Ryan seemed okay, although experiences like this one can linger.  I was still thinking of our vulnerability, sitting atop the saddle of a twenty-nine-year-old stadium built on land that was once water. The fans around us instantly became a community, providing updates, ironically, from transistor radios, the only reliable source of information available at a 1989 baseball game.  For the next hour, the least informed people in the country, regarding this most current event, were the people in the stadium.  At one point, someone shouted that the Bay Bridge had collapsed, later clarified to a section that fell into San Francisco Bay.  Otherwise, local officials were reporting no serious damage or injuries.  I also learned that only the parking lot, not the stadium, was built on landfill and even it did not fall into the bay.

That next thing to occur was the most surrealistic image of the entire experience.  Fifty-thousand baseball fans, calm, patiently waiting for the game to begin, were soon watching chaos on the field.  While the fans were local earthquake veterans, the players, the player’s wives, the New York media broadcasting the game were from various other places throughout the country as well as from Puerto Rico, the Dominican Republic and Venezuela, hotbeds for grooming the game’s future stars.  Uniformed players were hugging their distraught trophy wives or girlfriends, guiding them to safety as they maneuvered their stilettos across manicured turf.  Soon, anyone who was in the catacombs beneath the stadium was on the playing field seeking the safety of open space and local law enforcement officials were responding to what could turn into a significant event.

With no public address system or electricity for the scoreboard, the fans stayed until Huey Lewis exited through the centerfield fence as dozens of police cars entered and surrounded the field.  The game was over before it started.  Soon, after word of mouth from ushers,  disappointed fans stood up and quietly exited the stadium.  We had avoided tragedy, but the night was still young.

After exiting into the parking lot, Ryan and I hovered around an ABC truck that gave us access to the television, covering what we were in the middle of.   We looked up as a small truck, driven by Giants manager Roger Craig, drove by with several players riding in the rear bed, reminding me how Mr. White would transport our team to little league games.  But professional prima donna baseball players, riding in the back of their manager’s truck was not what we had planned to see tonight.   The evening was rapidly moving beyond baseball.

The setting sun injected a new challenge to the situation, darkness.  Tonight, we would not benefit from light of the modern night.  No street lights, no neon, just a glow from the Marina District to the north, becoming visible as we accessed higher ground in our new station wagon.  We were then directed to an alternate route when leaving the stadium.  Expecting to turn right onto the access road to Highway 101, less than a half mile away, we were all forced to turn left and proceed through Hunter’s Point, a neighborhood that had dealt with inadequate street lighting and law enforcement protection for decades.  Soon, we sat in gridlock, in a bad neighborhood during a declared city emergency, the only illumination coming from car headlights,  We were sitting ducks on a pond.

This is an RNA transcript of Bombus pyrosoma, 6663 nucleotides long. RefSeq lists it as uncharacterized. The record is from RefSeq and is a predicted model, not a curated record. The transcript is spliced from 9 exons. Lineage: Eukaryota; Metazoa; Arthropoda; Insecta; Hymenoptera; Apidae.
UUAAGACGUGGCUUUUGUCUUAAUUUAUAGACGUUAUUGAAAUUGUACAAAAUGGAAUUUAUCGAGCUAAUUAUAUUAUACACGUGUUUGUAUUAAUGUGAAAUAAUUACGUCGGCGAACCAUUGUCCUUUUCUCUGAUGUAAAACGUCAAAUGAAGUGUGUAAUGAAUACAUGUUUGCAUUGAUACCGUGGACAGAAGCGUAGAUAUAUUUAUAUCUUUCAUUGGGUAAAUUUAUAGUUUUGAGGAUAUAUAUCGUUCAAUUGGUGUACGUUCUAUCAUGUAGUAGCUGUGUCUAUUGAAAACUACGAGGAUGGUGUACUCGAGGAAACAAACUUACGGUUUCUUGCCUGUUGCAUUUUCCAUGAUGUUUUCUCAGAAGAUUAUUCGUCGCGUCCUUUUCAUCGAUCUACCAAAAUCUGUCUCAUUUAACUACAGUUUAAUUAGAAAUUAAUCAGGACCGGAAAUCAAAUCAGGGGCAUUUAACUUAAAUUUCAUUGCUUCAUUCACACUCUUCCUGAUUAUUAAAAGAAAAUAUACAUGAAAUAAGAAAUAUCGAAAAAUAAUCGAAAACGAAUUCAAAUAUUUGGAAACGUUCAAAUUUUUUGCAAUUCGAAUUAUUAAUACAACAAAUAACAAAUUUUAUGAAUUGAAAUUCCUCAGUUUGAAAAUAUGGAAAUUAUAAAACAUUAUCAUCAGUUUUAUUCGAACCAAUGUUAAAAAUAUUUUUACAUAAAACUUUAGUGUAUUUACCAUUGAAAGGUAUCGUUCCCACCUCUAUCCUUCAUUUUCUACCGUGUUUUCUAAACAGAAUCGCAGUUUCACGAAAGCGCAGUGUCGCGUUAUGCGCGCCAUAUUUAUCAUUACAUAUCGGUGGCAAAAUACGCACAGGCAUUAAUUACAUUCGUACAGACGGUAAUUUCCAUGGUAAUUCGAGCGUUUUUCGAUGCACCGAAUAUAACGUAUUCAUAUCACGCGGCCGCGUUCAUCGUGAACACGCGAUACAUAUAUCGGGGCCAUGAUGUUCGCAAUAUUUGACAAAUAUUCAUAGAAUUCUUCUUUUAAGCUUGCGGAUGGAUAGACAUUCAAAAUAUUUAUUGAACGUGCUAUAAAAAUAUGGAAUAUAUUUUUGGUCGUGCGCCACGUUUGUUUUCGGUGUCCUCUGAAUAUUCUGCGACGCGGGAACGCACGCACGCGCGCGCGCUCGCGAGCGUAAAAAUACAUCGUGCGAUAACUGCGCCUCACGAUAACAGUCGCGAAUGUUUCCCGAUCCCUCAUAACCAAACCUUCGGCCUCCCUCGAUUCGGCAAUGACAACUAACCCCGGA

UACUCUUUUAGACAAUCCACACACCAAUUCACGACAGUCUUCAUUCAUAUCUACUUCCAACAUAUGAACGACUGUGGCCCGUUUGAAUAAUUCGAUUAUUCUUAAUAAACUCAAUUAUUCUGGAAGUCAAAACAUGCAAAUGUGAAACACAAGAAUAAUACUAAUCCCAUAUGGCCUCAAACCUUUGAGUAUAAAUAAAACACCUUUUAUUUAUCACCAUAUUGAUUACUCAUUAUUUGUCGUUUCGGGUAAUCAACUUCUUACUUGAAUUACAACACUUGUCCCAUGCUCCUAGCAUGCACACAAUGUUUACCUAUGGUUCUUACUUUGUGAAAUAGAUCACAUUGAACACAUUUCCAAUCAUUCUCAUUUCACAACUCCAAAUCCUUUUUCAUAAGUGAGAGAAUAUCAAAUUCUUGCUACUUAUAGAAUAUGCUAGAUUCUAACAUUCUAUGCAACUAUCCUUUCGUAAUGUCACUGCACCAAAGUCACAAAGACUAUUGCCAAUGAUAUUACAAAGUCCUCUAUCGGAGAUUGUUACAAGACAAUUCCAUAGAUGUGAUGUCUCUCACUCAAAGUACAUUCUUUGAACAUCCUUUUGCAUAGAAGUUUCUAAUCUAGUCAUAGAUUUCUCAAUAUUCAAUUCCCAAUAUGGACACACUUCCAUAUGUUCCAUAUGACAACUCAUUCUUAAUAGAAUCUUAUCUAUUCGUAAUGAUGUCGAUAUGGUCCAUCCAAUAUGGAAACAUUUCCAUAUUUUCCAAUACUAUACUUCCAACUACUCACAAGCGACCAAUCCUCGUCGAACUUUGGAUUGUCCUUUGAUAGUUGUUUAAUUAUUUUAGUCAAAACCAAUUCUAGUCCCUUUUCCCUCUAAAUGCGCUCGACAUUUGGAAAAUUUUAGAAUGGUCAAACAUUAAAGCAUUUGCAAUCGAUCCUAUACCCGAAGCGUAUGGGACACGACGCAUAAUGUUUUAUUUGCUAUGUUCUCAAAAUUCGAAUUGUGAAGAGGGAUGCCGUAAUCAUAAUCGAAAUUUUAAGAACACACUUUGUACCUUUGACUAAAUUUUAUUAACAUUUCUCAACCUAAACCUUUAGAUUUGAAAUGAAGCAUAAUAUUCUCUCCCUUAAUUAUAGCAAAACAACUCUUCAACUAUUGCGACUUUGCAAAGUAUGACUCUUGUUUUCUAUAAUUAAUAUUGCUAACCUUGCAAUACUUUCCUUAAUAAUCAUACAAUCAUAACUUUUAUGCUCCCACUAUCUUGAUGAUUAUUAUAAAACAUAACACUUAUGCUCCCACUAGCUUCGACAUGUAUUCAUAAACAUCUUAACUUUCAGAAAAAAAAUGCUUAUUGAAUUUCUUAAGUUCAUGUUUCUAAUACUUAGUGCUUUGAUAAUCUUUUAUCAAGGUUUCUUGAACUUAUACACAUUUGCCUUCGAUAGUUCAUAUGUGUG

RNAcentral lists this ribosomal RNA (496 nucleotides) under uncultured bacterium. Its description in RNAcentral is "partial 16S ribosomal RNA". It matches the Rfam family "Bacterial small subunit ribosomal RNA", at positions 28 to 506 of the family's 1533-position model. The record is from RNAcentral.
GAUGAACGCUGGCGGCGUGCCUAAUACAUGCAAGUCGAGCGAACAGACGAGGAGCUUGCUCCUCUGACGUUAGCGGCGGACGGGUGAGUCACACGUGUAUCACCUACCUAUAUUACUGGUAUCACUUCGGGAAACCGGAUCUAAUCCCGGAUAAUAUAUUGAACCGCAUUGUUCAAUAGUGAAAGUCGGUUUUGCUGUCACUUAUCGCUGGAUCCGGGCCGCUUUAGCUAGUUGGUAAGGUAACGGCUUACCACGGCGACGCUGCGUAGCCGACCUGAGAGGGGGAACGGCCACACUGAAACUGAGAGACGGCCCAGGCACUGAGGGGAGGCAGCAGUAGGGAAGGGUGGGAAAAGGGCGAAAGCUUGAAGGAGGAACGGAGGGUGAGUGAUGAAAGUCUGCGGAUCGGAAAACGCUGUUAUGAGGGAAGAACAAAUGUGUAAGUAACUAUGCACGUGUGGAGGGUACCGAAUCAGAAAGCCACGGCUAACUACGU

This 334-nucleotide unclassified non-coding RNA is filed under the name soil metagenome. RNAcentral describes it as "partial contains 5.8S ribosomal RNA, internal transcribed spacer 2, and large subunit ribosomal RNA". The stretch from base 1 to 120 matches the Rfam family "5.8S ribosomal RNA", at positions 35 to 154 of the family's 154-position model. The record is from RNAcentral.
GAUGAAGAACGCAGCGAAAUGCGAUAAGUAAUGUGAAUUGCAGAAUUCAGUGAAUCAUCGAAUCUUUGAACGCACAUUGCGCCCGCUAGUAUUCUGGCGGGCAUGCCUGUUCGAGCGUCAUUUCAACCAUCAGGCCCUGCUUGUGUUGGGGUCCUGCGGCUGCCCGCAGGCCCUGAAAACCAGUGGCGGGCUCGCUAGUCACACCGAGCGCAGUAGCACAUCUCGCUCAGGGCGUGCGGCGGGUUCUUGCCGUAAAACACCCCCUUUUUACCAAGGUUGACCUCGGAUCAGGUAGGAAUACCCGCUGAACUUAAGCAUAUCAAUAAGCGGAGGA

Already feeling uneasy, we began to hear the sounds of breaking glass, Soon, several looters were using baseball bats to shatter store windows, helping themselves to what was inside.   Our worst scenario happened after one of them glanced toward the street and saw targets, unable to run.  First, there was a shattered windshield of the Corvette a few cars ahead of us.   Then, there was another loud and violent explosion.  The rear window of our car was splintered,  our shocked bodies jolted from fear.

For the first time, Ryan’s sounds of distress pushed my adrenaline and anger to the point of giving him bold assurances that no one would enter our car.  Sounding tougher than I was, it was time to find a way out.  Sirens were approaching which would give us some cover and survival instincts seem to be an antidote for traffic congestion.  We were moving again.

We turned left, drove awhile, then turned right because it looked hopeful.  Always boasting of my directional acumen, I had no idea where we were.  Soon, my headlights illuminated a very brave man, standing alone next to a motorcycle, waving his arms off to the right of his body.   “This way,” he yelled. “Turn this way.”   We did, shouting a thanks through our fractured window.  A few hundred feet ahead, the road veered to the left and there it was, a green CalTrans sign that read “San Jose Ave South.”  No longer lost, we would be at our friend’s house in thirty minutes.

Surviving the trauma, we began to feel safe again.  However, after continued assurances of public safety, the radio was now reporting numerous casualties, a collapsed freeway and multiple fires in the Marina District, real tragedies of the day my oldest son and I attended our first World Series game.

About Lyle W. Norton

Lyle is a freelance writer who specializes in “lifestyle” issues like wine, food, travel, music, film and memoir. He currently writes “On The Vine,” a weekly wine column for the San Francisco Examiner. View all posts by Lyle W. Norton